Sweet news! You can likely enjoy some added sugar and still follow a better nutrition program. The World Health Organization’s recommendation for daily added sugar intake is max six teaspoons. Reminder: “added” means any sweetness that doesn’t occur naturally in food and includes ingredients like high fructose corn syrup and honey. But just like spending your hard-earned dollars, learning to budget your added sugar allowance in a way that is best for your body is key. You will do better to choose better quality (closer to whole food form, non-GMO, no artificial ingredients) and spread those teaspoons out across nutrition pit stops.
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The first step to reducing daily added sugar consumption is finding out how much we are eating and where the added sugar is in our diet. Use the Better Sugar Evaluation to assess your current intake, and see how it’s impacting your health goals.
Next is mapping out your better added sugar budget. Whether you’re aiming for one teaspoon or six, sprinkle added sugar in at opportune times to avoid a spike and crash – the symptoms of which we have all likely experienced after overdoing it on junk food and desserts: crankiness, bloating and fatigue. It’s important to note that there is no need for added sugars in the diet. They don’t serve any physiological purpose so the less you eat the better.
We’re all unique in our relationships with sugar, whether it triggers cravings, GI troubles or it totally works in our diets in moderation. With your Better Sugar Evaluation results in mind, here are some ways to spend your better sugar budget better!
Away from your coffee! This might sound crazy, but sugar and coffee are not a match made in heaven. Caffeine can inhibit your body’s ability to process sugar and can trigger your blood sugar to shoot up even more as it may decrease the cell’s responsiveness to insulin. Teaspoon one is best served as a mid-morning snack about an hour after your morning coffee – like a Halvah Energy Ball or a teaspoon of jam on whole grain toast.
Alongside cinnamon. Sprinkling some of this warming spice on the added sugar snack or meal can help lower the amount of sugar in the blood after you haven’t eaten in a while – like in the morning after a night’s rest! Try a bowl of overnight oats with 1 teaspoon maple syrup, Califia Farms Unsweetened Almond Milk, fresh blueberries, pumpkin seeds and a generous sprinkle of cinnamon.
Alongside fiber, protein, and healthy fats. This dream team of nutrients all help to steady your energy levels and slow the absorption of sugar into the bloodstream. Try my Turmeric Spiced Baked Falafel for lunch, which has a creamy dressing vegan dressing made with just one teaspoon of added sugar – a great alternative to the sugar-laden bottled salad dressing that could max out your six teaspoons in just one serving!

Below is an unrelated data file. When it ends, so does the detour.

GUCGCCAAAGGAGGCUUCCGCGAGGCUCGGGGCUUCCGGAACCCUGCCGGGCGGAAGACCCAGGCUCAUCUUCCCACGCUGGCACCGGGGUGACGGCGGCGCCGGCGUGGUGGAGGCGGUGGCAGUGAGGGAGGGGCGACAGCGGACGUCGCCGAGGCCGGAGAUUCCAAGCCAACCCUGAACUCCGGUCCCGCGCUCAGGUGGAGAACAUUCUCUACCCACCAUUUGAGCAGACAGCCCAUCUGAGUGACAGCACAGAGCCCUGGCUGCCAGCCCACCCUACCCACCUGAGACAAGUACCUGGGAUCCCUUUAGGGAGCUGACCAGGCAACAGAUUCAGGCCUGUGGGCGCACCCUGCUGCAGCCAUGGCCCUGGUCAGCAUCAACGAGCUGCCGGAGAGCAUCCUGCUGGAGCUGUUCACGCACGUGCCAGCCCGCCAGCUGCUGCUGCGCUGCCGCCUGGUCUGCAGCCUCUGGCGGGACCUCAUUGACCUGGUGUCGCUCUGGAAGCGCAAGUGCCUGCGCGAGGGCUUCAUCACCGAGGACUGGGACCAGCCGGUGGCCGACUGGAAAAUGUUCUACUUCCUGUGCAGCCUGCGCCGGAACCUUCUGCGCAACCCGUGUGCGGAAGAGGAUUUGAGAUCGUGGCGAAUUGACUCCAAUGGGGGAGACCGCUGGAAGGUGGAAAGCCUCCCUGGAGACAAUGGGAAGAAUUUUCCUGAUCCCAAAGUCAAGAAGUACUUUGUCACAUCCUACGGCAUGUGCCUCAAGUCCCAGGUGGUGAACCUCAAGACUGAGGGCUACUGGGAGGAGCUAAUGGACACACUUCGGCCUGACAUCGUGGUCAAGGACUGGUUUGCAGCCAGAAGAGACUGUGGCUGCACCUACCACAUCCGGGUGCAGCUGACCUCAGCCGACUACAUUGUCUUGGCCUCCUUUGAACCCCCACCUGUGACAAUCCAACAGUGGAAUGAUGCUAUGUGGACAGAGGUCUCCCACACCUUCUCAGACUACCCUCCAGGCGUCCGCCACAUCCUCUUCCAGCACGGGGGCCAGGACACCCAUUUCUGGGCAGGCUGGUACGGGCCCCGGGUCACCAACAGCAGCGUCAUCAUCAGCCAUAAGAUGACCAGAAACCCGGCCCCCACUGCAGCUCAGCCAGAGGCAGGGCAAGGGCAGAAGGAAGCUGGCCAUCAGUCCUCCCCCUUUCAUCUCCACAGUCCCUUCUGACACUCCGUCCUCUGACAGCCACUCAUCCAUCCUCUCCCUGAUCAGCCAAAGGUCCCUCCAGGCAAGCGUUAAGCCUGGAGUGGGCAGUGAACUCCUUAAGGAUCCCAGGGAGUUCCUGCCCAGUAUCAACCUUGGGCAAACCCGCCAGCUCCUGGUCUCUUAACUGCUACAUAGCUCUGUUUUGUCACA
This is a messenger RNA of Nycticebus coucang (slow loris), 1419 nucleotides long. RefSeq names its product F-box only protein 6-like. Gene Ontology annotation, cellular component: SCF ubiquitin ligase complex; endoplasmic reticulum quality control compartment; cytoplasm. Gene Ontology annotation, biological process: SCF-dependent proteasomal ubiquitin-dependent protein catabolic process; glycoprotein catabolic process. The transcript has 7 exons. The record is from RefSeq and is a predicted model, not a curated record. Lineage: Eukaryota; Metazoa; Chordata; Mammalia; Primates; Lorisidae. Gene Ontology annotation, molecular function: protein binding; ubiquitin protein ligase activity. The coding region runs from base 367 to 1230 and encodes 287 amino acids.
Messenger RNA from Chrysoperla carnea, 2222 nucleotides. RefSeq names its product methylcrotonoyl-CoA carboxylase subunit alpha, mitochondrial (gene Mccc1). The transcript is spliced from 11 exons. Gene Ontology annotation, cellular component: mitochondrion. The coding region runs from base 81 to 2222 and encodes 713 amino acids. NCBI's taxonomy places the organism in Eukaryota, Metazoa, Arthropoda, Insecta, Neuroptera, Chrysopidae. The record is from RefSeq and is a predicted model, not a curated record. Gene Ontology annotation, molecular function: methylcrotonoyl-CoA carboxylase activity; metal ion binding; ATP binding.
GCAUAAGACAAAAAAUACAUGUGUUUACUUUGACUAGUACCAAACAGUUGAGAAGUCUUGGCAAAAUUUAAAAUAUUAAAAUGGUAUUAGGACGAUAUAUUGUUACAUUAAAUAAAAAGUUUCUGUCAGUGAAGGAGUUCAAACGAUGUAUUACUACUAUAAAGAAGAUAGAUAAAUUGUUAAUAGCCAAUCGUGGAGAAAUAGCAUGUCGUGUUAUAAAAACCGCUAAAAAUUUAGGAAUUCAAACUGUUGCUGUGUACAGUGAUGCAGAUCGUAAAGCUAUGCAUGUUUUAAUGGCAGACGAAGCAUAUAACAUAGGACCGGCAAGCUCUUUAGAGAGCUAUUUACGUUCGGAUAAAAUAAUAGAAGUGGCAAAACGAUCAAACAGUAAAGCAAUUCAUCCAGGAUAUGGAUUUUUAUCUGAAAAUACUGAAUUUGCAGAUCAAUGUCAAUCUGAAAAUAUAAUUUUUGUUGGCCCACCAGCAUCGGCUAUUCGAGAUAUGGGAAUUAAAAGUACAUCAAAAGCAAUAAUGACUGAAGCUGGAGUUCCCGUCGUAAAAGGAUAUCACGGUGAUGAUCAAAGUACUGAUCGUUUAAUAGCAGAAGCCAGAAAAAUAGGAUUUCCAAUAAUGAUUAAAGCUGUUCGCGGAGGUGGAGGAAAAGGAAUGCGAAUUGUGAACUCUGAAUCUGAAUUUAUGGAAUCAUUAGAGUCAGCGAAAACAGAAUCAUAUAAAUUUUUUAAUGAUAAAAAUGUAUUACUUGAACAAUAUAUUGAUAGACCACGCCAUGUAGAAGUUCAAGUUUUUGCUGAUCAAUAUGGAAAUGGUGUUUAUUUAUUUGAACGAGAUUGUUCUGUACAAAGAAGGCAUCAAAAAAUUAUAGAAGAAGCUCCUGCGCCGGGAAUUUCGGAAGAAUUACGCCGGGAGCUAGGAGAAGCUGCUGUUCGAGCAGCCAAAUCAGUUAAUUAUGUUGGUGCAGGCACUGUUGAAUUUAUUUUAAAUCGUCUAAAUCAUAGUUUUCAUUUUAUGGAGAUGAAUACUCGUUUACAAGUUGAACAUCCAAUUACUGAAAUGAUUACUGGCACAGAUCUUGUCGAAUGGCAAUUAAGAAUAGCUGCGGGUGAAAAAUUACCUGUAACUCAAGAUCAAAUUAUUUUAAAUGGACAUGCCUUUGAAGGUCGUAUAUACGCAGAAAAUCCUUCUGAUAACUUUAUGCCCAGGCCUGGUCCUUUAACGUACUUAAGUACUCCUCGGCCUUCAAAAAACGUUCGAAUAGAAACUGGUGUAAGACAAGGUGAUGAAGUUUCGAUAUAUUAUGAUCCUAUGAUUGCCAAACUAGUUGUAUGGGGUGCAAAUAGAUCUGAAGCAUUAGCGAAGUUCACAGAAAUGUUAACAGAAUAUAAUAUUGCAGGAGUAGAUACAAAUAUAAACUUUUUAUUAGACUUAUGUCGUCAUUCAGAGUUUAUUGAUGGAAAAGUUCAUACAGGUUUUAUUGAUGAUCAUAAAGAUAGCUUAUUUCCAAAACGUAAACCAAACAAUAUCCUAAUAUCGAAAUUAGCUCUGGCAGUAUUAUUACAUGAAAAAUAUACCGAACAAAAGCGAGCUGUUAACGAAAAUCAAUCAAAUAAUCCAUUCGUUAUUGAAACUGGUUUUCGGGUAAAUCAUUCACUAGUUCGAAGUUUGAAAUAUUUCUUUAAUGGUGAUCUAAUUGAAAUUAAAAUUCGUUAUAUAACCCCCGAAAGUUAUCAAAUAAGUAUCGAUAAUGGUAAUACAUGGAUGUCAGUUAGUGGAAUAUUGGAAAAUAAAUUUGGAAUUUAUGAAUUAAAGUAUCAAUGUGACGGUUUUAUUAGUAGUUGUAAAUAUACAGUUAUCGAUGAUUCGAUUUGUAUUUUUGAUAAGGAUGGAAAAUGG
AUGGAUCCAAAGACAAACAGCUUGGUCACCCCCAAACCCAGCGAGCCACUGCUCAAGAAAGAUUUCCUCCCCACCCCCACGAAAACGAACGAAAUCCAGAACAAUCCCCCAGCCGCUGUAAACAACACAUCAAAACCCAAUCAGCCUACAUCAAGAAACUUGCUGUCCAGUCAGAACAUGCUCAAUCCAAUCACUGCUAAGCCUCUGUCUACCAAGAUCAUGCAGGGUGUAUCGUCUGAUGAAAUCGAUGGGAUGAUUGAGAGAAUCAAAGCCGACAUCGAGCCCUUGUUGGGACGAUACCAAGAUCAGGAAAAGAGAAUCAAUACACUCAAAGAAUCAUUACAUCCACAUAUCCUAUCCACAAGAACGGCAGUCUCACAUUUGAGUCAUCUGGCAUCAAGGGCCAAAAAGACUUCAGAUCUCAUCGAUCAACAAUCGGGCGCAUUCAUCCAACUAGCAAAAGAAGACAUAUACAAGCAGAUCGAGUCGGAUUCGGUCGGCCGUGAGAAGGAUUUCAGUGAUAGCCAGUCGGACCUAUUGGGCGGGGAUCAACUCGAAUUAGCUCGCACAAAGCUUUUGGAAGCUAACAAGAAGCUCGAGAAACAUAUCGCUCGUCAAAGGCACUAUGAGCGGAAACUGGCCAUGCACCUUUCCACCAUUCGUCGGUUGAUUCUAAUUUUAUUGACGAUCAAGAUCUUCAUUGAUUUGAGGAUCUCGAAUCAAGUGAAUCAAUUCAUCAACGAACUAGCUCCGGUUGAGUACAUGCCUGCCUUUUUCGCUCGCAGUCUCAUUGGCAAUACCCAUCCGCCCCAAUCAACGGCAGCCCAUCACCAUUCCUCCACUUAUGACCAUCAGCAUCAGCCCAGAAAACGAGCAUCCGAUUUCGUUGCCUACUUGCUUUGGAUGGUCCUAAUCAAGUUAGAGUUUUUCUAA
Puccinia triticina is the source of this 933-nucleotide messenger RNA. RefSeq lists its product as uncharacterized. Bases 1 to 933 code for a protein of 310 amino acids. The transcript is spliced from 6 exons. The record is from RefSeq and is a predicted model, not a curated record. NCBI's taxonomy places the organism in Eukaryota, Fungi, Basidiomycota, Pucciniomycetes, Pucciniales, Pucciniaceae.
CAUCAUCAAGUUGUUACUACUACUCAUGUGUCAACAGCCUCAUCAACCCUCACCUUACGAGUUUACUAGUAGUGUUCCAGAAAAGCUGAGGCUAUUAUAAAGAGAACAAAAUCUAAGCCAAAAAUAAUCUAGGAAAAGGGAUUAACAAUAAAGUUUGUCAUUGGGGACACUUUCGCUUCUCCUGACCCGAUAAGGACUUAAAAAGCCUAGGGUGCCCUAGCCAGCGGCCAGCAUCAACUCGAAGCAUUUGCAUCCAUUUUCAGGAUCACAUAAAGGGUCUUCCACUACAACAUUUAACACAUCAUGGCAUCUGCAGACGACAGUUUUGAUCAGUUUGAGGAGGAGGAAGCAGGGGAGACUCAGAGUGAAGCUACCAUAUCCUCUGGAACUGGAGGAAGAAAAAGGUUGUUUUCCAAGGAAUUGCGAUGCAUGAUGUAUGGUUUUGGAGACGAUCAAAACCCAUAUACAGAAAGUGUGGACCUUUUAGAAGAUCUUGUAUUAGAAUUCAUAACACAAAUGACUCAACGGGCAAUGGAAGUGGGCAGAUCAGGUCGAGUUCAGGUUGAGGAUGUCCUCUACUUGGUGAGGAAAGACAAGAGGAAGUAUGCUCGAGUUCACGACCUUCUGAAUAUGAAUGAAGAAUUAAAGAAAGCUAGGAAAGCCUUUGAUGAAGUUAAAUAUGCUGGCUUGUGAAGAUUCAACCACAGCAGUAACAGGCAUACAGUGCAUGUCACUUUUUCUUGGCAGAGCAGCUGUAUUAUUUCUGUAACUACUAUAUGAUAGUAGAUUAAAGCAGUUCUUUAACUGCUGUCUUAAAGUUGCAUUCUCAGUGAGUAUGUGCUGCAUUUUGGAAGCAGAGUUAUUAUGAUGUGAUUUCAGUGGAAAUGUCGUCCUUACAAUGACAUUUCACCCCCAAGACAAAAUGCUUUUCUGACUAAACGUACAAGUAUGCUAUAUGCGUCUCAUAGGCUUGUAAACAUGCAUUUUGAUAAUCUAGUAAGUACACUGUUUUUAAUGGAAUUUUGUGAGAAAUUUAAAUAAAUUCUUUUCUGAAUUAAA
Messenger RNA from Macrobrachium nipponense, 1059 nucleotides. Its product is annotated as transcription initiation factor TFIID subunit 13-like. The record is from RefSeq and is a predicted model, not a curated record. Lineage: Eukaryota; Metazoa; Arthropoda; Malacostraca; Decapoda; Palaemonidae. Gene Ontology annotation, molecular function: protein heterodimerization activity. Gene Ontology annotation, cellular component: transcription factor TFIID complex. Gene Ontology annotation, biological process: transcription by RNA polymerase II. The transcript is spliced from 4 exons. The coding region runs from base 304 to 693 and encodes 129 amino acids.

After a tough workout. Some better quality added sugar can be used to restock the glycogen stores your body needs for enhanced athletic performance. If you work out in the afternoon, focus on foods that have a low glycemic index, and eat them at least two hours before hitting the gym like nut butter on whole wheat crackers. Just pay attention to labels to make sure you’re not getting more than one teaspoon.
With a rainbow of colors! At dinnertime, enjoy that teaspoon with a plethora of textures, colors, and flavors to up the satisfaction and satiety factor. I love the Evergreen Autumn Roasted Greens and Sweet Potato recipe since it is filled with so many different veggies and the spicy vinaigrette is perfectly balanced with just one teaspoon of maple syrup.
With a cup of herbal tea or hot water and lemon. Tea can help you slow down and savor a sweet flavor after dinner, such as a square of dark chocolate or EatingEvolved Caramel and Sea Salt Coconut Butter Cups – ½ package to stay within the limits. Sometimes tea with a drizzle of honey is enough to satisfy the sugar craving and give you the taste transition you want after a savory meal.
Want to skip the added sugar altogether, or minimize your teaspoons with more no added sugar meals or snacks? Check out the Better Don’t Pour Added Sugar on Me Menu for a week’s worth recipes!